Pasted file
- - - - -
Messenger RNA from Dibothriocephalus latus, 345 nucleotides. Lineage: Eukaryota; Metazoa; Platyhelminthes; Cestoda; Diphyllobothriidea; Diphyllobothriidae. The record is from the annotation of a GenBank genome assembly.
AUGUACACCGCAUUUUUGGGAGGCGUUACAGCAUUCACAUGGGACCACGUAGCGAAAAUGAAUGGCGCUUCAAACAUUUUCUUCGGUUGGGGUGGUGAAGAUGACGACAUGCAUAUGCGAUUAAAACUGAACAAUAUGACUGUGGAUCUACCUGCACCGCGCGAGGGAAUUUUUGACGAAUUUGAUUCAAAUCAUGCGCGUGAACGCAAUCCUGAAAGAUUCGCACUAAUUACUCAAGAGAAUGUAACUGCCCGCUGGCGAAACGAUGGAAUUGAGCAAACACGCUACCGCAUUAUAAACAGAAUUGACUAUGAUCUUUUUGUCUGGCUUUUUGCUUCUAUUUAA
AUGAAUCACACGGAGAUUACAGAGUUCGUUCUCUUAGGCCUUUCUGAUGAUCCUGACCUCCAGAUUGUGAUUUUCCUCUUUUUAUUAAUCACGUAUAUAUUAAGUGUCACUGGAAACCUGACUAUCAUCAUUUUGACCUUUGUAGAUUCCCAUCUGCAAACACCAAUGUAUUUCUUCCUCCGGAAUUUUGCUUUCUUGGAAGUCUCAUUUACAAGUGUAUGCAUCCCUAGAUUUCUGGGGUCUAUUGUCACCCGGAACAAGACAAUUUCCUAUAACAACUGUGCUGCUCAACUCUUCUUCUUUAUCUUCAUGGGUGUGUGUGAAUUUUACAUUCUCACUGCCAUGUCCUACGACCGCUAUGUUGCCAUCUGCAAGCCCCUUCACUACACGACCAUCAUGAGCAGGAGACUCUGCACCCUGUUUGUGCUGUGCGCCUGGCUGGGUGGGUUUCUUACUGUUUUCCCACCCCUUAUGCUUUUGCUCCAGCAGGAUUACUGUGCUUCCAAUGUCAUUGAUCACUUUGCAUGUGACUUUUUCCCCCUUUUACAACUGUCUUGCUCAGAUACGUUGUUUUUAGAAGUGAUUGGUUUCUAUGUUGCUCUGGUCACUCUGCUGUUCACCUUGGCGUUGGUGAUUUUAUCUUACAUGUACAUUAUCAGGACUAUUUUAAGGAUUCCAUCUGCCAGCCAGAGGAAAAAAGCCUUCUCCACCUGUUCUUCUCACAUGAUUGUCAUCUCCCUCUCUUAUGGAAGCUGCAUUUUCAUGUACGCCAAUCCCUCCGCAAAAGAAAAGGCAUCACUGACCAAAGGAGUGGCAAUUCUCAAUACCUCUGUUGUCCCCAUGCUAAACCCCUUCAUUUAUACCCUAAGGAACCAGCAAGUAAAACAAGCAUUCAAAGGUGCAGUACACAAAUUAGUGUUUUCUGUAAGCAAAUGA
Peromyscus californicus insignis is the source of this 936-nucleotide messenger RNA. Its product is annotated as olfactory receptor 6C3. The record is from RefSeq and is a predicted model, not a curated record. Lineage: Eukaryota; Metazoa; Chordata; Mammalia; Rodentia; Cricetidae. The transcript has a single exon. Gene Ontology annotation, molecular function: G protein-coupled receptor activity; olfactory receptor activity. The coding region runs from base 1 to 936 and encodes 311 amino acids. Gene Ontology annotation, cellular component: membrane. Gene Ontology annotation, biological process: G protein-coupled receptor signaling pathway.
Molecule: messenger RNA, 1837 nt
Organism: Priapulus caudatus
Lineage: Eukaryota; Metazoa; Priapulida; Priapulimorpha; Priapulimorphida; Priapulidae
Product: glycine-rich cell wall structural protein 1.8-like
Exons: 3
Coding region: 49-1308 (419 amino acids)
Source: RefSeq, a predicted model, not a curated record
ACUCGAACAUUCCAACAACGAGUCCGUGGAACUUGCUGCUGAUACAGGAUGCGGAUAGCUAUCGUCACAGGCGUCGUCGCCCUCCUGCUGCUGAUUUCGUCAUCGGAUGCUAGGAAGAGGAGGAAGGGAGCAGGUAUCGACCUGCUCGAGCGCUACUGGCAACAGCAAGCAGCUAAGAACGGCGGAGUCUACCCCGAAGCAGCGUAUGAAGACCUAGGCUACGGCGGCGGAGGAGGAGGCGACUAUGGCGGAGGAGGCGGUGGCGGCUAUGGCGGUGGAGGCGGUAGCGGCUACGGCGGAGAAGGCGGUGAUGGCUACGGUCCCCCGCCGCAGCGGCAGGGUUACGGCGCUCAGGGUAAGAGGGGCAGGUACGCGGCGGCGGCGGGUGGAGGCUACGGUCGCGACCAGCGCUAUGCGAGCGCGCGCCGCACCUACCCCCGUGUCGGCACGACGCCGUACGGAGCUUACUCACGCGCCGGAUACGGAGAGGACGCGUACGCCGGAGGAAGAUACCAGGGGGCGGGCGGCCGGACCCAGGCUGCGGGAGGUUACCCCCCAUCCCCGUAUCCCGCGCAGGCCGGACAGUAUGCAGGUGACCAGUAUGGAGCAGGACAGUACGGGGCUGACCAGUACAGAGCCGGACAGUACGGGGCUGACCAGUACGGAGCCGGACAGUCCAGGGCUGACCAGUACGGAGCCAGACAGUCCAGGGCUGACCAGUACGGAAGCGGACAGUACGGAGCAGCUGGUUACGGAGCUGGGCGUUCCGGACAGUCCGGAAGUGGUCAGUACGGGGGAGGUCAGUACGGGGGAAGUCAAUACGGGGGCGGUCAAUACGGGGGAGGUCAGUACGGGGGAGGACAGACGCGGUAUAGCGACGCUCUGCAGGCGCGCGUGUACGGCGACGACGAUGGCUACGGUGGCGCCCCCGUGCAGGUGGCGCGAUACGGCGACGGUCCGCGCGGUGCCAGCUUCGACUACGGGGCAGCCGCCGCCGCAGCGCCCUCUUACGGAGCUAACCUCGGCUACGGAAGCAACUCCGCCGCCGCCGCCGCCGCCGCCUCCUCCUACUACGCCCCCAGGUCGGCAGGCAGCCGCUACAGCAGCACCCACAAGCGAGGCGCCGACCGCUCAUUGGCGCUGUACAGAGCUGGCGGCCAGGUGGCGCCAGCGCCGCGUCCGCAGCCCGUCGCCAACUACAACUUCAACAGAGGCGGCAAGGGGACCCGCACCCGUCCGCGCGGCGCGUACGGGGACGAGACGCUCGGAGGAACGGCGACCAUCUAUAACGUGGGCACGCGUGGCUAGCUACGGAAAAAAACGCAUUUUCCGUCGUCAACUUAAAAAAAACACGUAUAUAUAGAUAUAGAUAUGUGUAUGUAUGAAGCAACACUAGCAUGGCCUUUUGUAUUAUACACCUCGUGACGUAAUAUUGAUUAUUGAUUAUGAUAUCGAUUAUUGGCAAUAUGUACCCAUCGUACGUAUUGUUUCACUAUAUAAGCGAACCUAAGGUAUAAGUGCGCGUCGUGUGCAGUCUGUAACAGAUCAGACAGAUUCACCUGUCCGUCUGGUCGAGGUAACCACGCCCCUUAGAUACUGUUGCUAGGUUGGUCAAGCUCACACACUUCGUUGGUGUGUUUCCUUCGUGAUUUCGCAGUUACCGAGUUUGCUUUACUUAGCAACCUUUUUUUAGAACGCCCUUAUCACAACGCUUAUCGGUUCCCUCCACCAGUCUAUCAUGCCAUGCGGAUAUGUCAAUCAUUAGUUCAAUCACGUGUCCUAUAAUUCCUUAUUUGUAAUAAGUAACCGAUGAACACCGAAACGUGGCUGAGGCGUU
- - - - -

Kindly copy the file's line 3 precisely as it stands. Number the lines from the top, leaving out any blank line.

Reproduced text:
AUGAAUCACACGGAGAUUACAGAGUUCGUUCUCUUAGGCCUUUCUGAUGAUCCUGACCUCCAGAUUGUGAUUUUCCUCUUUUUAUUAAUCACGUAUAUAUUAAGUGUCACUGGAAACCUGACUAUCAUCAUUUUGACCUUUGUAGAUUCCCAUCUGCAAACACCAAUGUAUUUCUUCCUCCGGAAUUUUGCUUUCUUGGAAGUCUCAUUUACAAGUGUAUGCAUCCCUAGAUUUCUGGGGUCUAUUGUCACCCGGAACAAGACAAUUUCCUAUAACAACUGUGCUGCUCAACUCUUCUUCUUUAUCUUCAUGGGUGUGUGUGAAUUUUACAUUCUCACUGCCAUGUCCUACGACCGCUAUGUUGCCAUCUGCAAGCCCCUUCACUACACGACCAUCAUGAGCAGGAGACUCUGCACCCUGUUUGUGCUGUGCGCCUGGCUGGGUGGGUUUCUUACUGUUUUCCCACCCCUUAUGCUUUUGCUCCAGCAGGAUUACUGUGCUUCCAAUGUCAUUGAUCACUUUGCAUGUGACUUUUUCCCCCUUUUACAACUGUCUUGCUCAGAUACGUUGUUUUUAGAAGUGAUUGGUUUCUAUGUUGCUCUGGUCACUCUGCUGUUCACCUUGGCGUUGGUGAUUUUAUCUUACAUGUACAUUAUCAGGACUAUUUUAAGGAUUCCAUCUGCCAGCCAGAGGAAAAAAGCCUUCUCCACCUGUUCUUCUCACAUGAUUGUCAUCUCCCUCUCUUAUGGAAGCUGCAUUUUCAUGUACGCCAAUCCCUCCGCAAAAGAAAAGGCAUCACUGACCAAAGGAGUGGCAAUUCUCAAUACCUCUGUUGUCCCCAUGCUAAACCCCUUCAUUUAUACCCUAAGGAACCAGCAAGUAAAACAAGCAUUCAAAGGUGCAGUACACAAAUUAGUGUUUUCUGUAAGCAAAUGA